Tooth Decay Prevention: Tips from a Children's Dentist
February 1, 2017
If you are worried about your child's oral health, bring them to our children's dentist office. Tooth decay is a serious problem among children and is getting worse as children spend more time eating candy as well as drinking sugary sodas and juices. Many parents visit our office wondering what they can do to stop the spread of decay and limit their children's exposure to oral health problems. We are happy to answer any questions from patients to help arm them with knowledge against tooth decay.
Understanding tooth decay
Decay does not happen instantly. Since decay happens over time, daily habits are critical to oral health. Bacteria can grow naturally in the mouth and grow faster when consuming sugar. The more sugar in a child's diet, the faster bacteria will grow and spread. Bacteria will then produce acid that is dangerous for the child's teeth. For 20 minutes after eating, a child can have his or her teeth awash in acid and even longer if they are drinking soda or eating anything high in sugar or carbohydrates.
Impact of acid on the teeth
As acid begins to attack the teeth, it will wear away the outer layer of the teeth known as the enamel. While the enamel is strong, it is not strong enough to resist constant attacks from acid and bacteria. Eventually, the enamel will give way and a cavity will form. Underneath the enamel is the middle layer of the tooth called dentin. The dentin is more sensitive since it contains the nerve endings.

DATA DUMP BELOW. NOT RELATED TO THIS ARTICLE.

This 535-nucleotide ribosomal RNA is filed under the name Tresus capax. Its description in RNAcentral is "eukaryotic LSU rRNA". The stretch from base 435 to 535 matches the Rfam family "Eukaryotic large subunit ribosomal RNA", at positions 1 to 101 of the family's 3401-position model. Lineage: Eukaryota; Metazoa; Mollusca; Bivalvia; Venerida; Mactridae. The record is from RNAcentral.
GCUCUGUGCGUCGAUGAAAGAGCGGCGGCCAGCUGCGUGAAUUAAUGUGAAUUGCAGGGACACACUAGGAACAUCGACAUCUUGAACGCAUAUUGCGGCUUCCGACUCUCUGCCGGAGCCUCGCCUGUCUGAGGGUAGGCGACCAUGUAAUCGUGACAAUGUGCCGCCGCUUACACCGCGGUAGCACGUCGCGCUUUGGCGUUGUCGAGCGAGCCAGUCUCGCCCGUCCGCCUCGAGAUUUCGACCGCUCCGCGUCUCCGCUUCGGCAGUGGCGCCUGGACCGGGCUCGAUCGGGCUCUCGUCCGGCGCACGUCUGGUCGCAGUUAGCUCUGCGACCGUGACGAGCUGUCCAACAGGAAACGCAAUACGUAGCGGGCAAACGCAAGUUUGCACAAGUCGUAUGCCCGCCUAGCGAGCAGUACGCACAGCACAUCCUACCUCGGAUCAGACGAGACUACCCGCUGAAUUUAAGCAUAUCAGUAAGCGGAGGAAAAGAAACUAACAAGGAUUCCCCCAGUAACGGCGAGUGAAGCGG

If tooth decay spreads to the dentin, a child will experience tooth sensitivity and discomfort. If the decay spreads into the center of the tooth, the child will have a severe and terrible toothache that may need a root canal.
Fighting tooth decay
As a children's dentist, we have tools to help fight tooth decay, including:
Fluoride contains the natural mineral, fluorine and can strengthen the teeth when ingested through water or by direct application in our dental office. When fluoride makes teeth stronger, they are better equipped to withstand the acid attacks. This is why fluoride treatments on a regular basis can reduce the likelihood of cavities forming by 30 percent in children, according to the American Dental Association.
Removing plaque and tartar is an important step in preventing tooth decay because plaque produces acid. We suggest bringing children to our office twice per year so that we can remove plaque that has remained, even after at-home cleanings. This too will reduce the risk of cavities forming.
If a child has deep ridges on the chewing surfaces of their teeth, it will be difficult to clean them. Food and plaque can easily become trapped and decay can form. To protect the teeth, we can apply dental sealant. This is a plastic-like barrier that is painted on this portion of the tooth so that when your child eats, nothing touches the tooth directly.
Steps to take at home
You can also prevent tooth decay by helping your child to brush and floss on a daily basis. Additionally, we recommend eliminating foods and drinks that are high in sugar or acid from their diet.
Call for help
If you want to prevent tooth decay, bring your child to our children's dentist office for an examination and teeth cleaning. We can help them to remain in good oral health.